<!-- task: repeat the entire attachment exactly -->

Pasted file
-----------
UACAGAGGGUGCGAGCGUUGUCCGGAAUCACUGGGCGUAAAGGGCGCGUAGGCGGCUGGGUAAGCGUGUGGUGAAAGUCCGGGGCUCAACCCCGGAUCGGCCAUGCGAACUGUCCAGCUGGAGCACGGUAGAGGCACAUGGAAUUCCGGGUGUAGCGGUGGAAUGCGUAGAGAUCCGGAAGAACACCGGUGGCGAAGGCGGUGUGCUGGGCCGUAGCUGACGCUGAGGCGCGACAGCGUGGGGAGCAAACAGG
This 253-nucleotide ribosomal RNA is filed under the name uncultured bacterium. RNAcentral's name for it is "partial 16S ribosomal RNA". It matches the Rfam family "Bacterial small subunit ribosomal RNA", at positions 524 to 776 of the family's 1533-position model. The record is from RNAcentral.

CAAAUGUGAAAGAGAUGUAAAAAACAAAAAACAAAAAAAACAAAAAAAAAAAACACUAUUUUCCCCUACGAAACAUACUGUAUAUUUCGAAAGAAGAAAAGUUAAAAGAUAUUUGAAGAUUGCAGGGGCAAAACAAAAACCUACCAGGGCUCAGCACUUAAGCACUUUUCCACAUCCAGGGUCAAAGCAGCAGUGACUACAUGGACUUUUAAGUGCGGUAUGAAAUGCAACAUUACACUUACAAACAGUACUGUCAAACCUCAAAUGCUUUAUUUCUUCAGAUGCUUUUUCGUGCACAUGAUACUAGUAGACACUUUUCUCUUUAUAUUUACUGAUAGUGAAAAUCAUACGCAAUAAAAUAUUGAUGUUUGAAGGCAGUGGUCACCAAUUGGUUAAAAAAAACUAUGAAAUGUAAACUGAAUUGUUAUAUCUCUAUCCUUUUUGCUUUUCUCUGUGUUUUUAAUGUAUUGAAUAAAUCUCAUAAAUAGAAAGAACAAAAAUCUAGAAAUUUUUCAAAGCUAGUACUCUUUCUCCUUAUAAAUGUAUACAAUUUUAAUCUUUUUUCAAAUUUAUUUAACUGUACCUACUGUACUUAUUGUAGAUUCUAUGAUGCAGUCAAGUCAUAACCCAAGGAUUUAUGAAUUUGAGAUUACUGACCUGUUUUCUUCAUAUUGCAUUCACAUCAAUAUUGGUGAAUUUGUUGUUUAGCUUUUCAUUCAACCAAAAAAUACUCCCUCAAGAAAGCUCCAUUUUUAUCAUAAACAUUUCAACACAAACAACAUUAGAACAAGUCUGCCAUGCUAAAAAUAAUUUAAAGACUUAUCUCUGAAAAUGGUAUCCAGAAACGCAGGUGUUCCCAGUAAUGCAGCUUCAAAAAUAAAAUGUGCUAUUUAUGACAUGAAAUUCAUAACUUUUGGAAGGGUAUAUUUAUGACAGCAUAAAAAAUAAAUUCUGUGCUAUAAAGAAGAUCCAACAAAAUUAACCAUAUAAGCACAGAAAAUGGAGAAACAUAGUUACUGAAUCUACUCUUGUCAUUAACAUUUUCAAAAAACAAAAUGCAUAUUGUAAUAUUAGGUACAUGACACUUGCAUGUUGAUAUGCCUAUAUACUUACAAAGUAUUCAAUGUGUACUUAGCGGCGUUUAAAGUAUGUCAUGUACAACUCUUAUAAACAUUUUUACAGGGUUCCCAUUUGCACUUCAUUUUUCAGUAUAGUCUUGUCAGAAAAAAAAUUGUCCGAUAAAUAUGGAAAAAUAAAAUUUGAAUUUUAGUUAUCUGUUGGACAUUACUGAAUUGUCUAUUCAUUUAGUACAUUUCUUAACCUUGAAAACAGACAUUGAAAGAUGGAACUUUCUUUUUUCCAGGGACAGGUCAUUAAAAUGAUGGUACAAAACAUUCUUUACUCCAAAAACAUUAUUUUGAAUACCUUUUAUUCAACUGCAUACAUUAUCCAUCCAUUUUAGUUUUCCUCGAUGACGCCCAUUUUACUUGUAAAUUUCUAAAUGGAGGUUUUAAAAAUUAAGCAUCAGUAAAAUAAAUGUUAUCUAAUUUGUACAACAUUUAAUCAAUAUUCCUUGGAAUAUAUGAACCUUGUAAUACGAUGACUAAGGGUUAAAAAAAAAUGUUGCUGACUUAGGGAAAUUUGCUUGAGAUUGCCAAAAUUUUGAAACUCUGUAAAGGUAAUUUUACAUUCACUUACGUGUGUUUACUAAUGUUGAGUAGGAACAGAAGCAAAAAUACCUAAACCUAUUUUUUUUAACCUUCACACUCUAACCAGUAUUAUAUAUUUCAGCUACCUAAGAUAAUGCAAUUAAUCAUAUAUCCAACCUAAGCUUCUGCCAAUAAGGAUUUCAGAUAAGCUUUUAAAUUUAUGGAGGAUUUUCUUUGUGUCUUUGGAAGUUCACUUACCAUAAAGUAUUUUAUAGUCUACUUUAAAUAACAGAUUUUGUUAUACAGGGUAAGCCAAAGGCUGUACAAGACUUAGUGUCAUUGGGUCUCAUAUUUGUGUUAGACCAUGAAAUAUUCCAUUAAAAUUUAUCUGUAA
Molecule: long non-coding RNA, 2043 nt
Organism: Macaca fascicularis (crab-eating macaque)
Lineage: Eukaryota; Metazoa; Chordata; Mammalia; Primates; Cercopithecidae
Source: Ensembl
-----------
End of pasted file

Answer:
UACAGAGGGUGCGAGCGUUGUCCGGAAUCACUGGGCGUAAAGGGCGCGUAGGCGGCUGGGUAAGCGUGUGGUGAAAGUCCGGGGCUCAACCCCGGAUCGGCCAUGCGAACUGUCCAGCUGGAGCACGGUAGAGGCACAUGGAAUUCCGGGUGUAGCGGUGGAAUGCGUAGAGAUCCGGAAGAACACCGGUGGCGAAGGCGGUGUGCUGGGCCGUAGCUGACGCUGAGGCGCGACAGCGUGGGGAGCAAACAGG
This 253-nucleotide ribosomal RNA is filed under the name uncultured bacterium. RNAcentral's name for it is "partial 16S ribosomal RNA". It matches the Rfam family "Bacterial small subunit ribosomal RNA", at positions 524 to 776 of the family's 1533-position model. The record is from RNAcentral.

CAAAUGUGAAAGAGAUGUAAAAAACAAAAAACAAAAAAAACAAAAAAAAAAAACACUAUUUUCCCCUACGAAACAUACUGUAUAUUUCGAAAGAAGAAAAGUUAAAAGAUAUUUGAAGAUUGCAGGGGCAAAACAAAAACCUACCAGGGCUCAGCACUUAAGCACUUUUCCACAUCCAGGGUCAAAGCAGCAGUGACUACAUGGACUUUUAAGUGCGGUAUGAAAUGCAACAUUACACUUACAAACAGUACUGUCAAACCUCAAAUGCUUUAUUUCUUCAGAUGCUUUUUCGUGCACAUGAUACUAGUAGACACUUUUCUCUUUAUAUUUACUGAUAGUGAAAAUCAUACGCAAUAAAAUAUUGAUGUUUGAAGGCAGUGGUCACCAAUUGGUUAAAAAAAACUAUGAAAUGUAAACUGAAUUGUUAUAUCUCUAUCCUUUUUGCUUUUCUCUGUGUUUUUAAUGUAUUGAAUAAAUCUCAUAAAUAGAAAGAACAAAAAUCUAGAAAUUUUUCAAAGCUAGUACUCUUUCUCCUUAUAAAUGUAUACAAUUUUAAUCUUUUUUCAAAUUUAUUUAACUGUACCUACUGUACUUAUUGUAGAUUCUAUGAUGCAGUCAAGUCAUAACCCAAGGAUUUAUGAAUUUGAGAUUACUGACCUGUUUUCUUCAUAUUGCAUUCACAUCAAUAUUGGUGAAUUUGUUGUUUAGCUUUUCAUUCAACCAAAAAAUACUCCCUCAAGAAAGCUCCAUUUUUAUCAUAAACAUUUCAACACAAACAACAUUAGAACAAGUCUGCCAUGCUAAAAAUAAUUUAAAGACUUAUCUCUGAAAAUGGUAUCCAGAAACGCAGGUGUUCCCAGUAAUGCAGCUUCAAAAAUAAAAUGUGCUAUUUAUGACAUGAAAUUCAUAACUUUUGGAAGGGUAUAUUUAUGACAGCAUAAAAAAUAAAUUCUGUGCUAUAAAGAAGAUCCAACAAAAUUAACCAUAUAAGCACAGAAAAUGGAGAAACAUAGUUACUGAAUCUACUCUUGUCAUUAACAUUUUCAAAAAACAAAAUGCAUAUUGUAAUAUUAGGUACAUGACACUUGCAUGUUGAUAUGCCUAUAUACUUACAAAGUAUUCAAUGUGUACUUAGCGGCGUUUAAAGUAUGUCAUGUACAACUCUUAUAAACAUUUUUACAGGGUUCCCAUUUGCACUUCAUUUUUCAGUAUAGUCUUGUCAGAAAAAAAAUUGUCCGAUAAAUAUGGAAAAAUAAAAUUUGAAUUUUAGUUAUCUGUUGGACAUUACUGAAUUGUCUAUUCAUUUAGUACAUUUCUUAACCUUGAAAACAGACAUUGAAAGAUGGAACUUUCUUUUUUCCAGGGACAGGUCAUUAAAAUGAUGGUACAAAACAUUCUUUACUCCAAAAACAUUAUUUUGAAUACCUUUUAUUCAACUGCAUACAUUAUCCAUCCAUUUUAGUUUUCCUCGAUGACGCCCAUUUUACUUGUAAAUUUCUAAAUGGAGGUUUUAAAAAUUAAGCAUCAGUAAAAUAAAUGUUAUCUAAUUUGUACAACAUUUAAUCAAUAUUCCUUGGAAUAUAUGAACCUUGUAAUACGAUGACUAAGGGUUAAAAAAAAAUGUUGCUGACUUAGGGAAAUUUGCUUGAGAUUGCCAAAAUUUUGAAACUCUGUAAAGGUAAUUUUACAUUCACUUACGUGUGUUUACUAAUGUUGAGUAGGAACAGAAGCAAAAAUACCUAAACCUAUUUUUUUUAACCUUCACACUCUAACCAGUAUUAUAUAUUUCAGCUACCUAAGAUAAUGCAAUUAAUCAUAUAUCCAACCUAAGCUUCUGCCAAUAAGGAUUUCAGAUAAGCUUUUAAAUUUAUGGAGGAUUUUCUUUGUGUCUUUGGAAGUUCACUUACCAUAAAGUAUUUUAUAGUCUACUUUAAAUAACAGAUUUUGUUAUACAGGGUAAGCCAAAGGCUGUACAAGACUUAGUGUCAUUGGGUCUCAUAUUUGUGUUAGACCAUGAAAUAUUCCAUUAAAAUUUAUCUGUAA
Molecule: long non-coding RNA, 2043 nt
Organism: Macaca fascicularis (crab-eating macaque)
Lineage: Eukaryota; Metazoa; Chordata; Mammalia; Primates; Cercopithecidae
Source: Ensembl